Friday, June 29, 2012

INVEST IN CHILDREN


#7 of 10 ways to reveal your heart of faith when faith feels like little more than a leftover.

Compressed for Twitter:

#7 Invest in children. “Nothing done for children is ever wasted.” Coach. Tutor. Mentor. Volunteer. It's own reward.

Decompressed for context and comments:

It’s nearly impossible to spend time investing in kids—whether through coaching, teaching, mentoring, tutoring, or parenting—and not have your faith in humanity, God and grace restored to some extent.  Children have a way of bringing even the most cynical adult back to basics and clarity.  They help us remain childlike and centered as we mature through life.

There’s something about the mind and actions of a child that are pure and purely fascinating.  They can express not only unbounded energy and confidence in themselves, the world and us, they often express and provoke authentic faith.  They tend to believe first and expect us as adults to believe, too.

Children need good mentors, and not just for development in learning or sports.  Soon enough—too soon—they grapple with gut-wrenching aspects of life.  A coach, teacher or tutor can make the difference between bewilderment and understanding, despair and hope in a child.  Often the things that a child most needs are conveyed not in our direct instruction or guidance, but via our authentically caring and faithful presence.

Unfortunately, we get busy with our own paths and pursuits and neglect theirs. Or, we imagine someone else is caring for the kids in the community.  Don't assume that.  For their sakes, for your own sake and for the sake of the future we all share, carve out some consistent time each week for mentoring children not your own.  You will find, as Garrison Keillor says, “nothing done for children is ever wasted.”


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Read all 10 actions (in Twitter's 140-character format) that can reveal your heart of faith when faith feels like little more than a leftover.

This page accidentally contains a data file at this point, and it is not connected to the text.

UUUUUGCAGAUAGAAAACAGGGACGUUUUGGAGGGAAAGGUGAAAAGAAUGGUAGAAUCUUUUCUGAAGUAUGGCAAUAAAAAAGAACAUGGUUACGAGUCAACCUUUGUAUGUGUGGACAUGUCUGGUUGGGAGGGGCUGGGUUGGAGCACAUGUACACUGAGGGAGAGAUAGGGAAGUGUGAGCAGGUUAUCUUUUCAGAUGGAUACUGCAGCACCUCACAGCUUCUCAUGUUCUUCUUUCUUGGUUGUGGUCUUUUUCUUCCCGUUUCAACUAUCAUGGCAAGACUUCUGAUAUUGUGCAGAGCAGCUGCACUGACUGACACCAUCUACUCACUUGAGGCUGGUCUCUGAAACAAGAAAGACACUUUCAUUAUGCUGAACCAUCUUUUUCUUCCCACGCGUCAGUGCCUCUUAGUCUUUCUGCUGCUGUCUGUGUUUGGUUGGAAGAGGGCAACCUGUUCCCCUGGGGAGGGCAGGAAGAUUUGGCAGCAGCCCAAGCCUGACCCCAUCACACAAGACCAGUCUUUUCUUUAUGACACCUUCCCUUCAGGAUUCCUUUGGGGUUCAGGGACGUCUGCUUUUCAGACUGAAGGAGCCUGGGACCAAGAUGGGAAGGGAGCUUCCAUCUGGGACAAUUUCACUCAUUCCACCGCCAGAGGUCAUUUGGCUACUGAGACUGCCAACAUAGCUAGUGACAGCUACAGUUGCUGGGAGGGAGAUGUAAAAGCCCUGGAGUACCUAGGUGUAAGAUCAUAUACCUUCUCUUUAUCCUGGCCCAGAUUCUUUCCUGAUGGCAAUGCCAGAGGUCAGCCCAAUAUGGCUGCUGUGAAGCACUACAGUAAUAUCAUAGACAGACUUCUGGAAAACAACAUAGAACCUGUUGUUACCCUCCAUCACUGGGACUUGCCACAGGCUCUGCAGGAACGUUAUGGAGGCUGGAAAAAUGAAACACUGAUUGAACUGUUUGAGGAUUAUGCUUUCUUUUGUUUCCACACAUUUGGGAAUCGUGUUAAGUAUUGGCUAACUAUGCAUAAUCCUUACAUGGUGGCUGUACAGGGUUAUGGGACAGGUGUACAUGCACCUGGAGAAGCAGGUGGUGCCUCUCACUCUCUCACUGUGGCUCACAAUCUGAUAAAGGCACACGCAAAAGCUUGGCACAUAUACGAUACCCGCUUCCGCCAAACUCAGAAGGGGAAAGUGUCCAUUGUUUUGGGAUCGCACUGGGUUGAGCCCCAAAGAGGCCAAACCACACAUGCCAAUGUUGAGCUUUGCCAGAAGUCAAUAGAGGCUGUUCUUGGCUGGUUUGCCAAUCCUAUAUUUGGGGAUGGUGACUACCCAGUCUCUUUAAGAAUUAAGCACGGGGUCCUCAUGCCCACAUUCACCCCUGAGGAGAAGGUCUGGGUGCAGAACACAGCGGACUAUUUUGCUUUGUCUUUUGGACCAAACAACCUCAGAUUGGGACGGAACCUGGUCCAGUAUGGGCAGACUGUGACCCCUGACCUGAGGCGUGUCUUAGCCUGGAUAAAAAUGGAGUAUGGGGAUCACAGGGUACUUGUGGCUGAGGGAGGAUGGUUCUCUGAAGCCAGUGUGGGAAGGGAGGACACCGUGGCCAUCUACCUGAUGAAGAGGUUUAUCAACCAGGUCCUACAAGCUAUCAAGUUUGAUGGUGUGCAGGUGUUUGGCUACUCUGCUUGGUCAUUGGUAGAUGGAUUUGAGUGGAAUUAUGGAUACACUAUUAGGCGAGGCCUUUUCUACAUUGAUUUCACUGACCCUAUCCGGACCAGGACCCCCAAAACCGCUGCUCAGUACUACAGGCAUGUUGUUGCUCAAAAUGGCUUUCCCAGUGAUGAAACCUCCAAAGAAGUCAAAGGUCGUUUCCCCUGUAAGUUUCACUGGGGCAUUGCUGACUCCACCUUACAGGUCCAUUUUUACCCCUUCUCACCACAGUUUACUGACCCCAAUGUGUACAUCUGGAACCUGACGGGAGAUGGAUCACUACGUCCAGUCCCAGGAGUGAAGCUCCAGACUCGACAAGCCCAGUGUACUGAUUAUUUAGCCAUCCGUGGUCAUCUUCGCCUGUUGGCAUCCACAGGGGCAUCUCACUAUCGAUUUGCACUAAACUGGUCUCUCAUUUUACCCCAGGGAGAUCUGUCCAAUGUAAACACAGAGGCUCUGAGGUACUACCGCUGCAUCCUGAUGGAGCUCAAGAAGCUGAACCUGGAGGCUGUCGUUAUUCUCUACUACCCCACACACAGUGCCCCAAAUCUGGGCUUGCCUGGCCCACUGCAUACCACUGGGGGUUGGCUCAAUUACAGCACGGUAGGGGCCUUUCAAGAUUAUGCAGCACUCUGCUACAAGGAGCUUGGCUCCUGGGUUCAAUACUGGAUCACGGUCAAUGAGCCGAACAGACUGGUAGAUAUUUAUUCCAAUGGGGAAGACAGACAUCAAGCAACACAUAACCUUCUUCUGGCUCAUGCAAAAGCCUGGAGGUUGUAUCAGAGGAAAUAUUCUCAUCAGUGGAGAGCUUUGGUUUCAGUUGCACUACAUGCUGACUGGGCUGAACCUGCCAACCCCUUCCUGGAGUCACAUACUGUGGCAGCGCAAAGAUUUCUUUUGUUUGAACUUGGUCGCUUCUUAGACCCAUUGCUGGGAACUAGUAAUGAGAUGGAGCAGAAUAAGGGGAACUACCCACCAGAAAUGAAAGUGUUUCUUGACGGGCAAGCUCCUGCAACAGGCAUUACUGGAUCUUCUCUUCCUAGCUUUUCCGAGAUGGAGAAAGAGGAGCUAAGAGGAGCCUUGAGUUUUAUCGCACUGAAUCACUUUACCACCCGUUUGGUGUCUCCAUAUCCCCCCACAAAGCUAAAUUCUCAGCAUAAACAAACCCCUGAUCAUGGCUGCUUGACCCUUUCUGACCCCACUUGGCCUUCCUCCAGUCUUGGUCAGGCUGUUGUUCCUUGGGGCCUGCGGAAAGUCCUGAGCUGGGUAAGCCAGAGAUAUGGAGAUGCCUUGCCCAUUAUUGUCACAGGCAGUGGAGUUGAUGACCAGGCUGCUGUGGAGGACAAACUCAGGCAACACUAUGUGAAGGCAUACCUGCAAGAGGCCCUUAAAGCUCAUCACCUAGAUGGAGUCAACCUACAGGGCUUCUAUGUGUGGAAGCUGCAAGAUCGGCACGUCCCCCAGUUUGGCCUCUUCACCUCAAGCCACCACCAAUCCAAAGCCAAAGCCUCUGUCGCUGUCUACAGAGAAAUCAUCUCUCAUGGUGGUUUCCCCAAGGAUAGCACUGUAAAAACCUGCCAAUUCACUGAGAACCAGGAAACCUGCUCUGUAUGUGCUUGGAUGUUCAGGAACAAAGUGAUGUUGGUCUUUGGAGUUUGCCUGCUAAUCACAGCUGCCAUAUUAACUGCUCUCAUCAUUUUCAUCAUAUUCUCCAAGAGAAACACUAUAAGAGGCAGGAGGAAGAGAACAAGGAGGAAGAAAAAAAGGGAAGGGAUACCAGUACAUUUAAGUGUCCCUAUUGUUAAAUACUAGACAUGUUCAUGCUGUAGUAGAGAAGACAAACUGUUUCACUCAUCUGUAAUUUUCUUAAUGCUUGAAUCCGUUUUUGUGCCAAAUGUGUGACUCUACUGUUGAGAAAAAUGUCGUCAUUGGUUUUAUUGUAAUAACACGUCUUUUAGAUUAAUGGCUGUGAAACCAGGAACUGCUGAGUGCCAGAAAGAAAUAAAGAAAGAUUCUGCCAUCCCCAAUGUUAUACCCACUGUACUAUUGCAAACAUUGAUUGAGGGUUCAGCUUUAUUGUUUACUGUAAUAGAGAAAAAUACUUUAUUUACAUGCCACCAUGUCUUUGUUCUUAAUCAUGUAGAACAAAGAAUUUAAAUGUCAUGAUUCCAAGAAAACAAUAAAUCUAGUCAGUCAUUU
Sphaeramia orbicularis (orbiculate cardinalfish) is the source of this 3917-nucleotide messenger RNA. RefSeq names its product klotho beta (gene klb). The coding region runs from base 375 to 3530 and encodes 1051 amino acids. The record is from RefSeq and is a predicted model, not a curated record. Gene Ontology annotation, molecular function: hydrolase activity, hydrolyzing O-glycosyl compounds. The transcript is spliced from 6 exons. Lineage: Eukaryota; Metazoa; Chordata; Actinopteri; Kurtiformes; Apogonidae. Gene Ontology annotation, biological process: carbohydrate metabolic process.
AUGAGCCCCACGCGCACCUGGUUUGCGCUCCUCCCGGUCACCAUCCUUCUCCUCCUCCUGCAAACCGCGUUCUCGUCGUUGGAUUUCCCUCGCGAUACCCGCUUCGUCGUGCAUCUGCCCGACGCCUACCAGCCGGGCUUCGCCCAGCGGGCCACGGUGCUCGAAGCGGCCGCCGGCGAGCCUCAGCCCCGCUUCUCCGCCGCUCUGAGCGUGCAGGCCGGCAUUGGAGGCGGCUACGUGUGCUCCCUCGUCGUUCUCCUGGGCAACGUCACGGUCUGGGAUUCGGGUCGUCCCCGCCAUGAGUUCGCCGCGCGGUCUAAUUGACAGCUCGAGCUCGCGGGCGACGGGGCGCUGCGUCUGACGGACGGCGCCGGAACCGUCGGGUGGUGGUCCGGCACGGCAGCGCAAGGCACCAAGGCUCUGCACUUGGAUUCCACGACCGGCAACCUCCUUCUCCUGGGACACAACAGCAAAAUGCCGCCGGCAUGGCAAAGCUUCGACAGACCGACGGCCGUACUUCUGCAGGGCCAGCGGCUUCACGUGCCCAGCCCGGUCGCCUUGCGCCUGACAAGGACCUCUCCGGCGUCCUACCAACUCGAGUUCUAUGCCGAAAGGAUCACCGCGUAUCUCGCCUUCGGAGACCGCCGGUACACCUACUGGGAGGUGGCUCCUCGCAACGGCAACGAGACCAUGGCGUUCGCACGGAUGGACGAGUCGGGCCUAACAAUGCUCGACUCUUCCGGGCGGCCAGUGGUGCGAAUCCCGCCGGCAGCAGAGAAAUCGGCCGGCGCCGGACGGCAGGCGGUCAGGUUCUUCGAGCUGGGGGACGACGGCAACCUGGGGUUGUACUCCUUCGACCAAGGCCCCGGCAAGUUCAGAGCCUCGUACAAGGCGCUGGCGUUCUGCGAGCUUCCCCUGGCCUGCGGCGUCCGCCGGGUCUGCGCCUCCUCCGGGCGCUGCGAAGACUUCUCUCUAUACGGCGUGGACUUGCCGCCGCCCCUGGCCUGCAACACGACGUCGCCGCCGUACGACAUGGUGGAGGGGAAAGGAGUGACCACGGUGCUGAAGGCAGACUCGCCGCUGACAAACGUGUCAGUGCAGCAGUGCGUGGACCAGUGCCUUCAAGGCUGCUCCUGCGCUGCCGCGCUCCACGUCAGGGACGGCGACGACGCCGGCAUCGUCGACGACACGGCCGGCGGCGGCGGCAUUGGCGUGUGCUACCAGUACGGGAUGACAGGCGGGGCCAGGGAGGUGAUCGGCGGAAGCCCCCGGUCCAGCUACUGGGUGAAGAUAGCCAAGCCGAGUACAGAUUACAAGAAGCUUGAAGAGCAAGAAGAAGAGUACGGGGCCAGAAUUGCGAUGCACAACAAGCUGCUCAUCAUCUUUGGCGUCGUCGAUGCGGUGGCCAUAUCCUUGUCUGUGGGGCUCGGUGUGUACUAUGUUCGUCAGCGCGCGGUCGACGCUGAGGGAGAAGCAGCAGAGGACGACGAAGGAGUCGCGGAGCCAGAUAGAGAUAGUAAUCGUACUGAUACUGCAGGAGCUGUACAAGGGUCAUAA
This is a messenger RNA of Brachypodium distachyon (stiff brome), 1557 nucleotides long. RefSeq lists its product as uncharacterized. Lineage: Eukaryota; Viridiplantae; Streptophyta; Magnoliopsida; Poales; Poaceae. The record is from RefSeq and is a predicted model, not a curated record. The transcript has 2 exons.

I will continue posting comments on all 10 actions over the next few days.

Your responses and comments are welcome.

Wednesday, June 27, 2012

CONFRONT YOUR FEARS


#6 of 10 ways to reveal your heart of faith when faith feels like little more than a leftover.

Compressed for Twitter:

#6 Confront your fears. Quit denying, avoiding, excusing. Do the thing you fear. Courage will be given you as you do.

Decompressed for context and comments:

Faith can come to feel like little more than a leftover because we learn to manage fear-avoidance so well.  Fear frequently lurks behind compensating fa├žades of toughness, controlling behavior, possessive relationships, hyper privatization and security, religiosity and/or obsessive patterns.  Religion can be malpracticed as fear avoidance.  We may function highly in many aspects of life while effectively avoiding core fears, thus distorting the whole.

Fear is not the cause or trigger for faith.  Beware those who use fear to try to instigate faith.  But nothing surfaces and focuses faith like challenging one’s fears.  And nothing relegates faith and courage to the leftover pile like living in fear avoidance.

Parker J. Palmer says, “While we all have fears, we do not have to become or be our fears.”  When avoidance, compliance, compromise and complete self-effort frame our horizons, perhaps we are ready to hear--from a variety of ancient and contemporary sources--the first imperative to people in faith stories: “Do not be afraid!”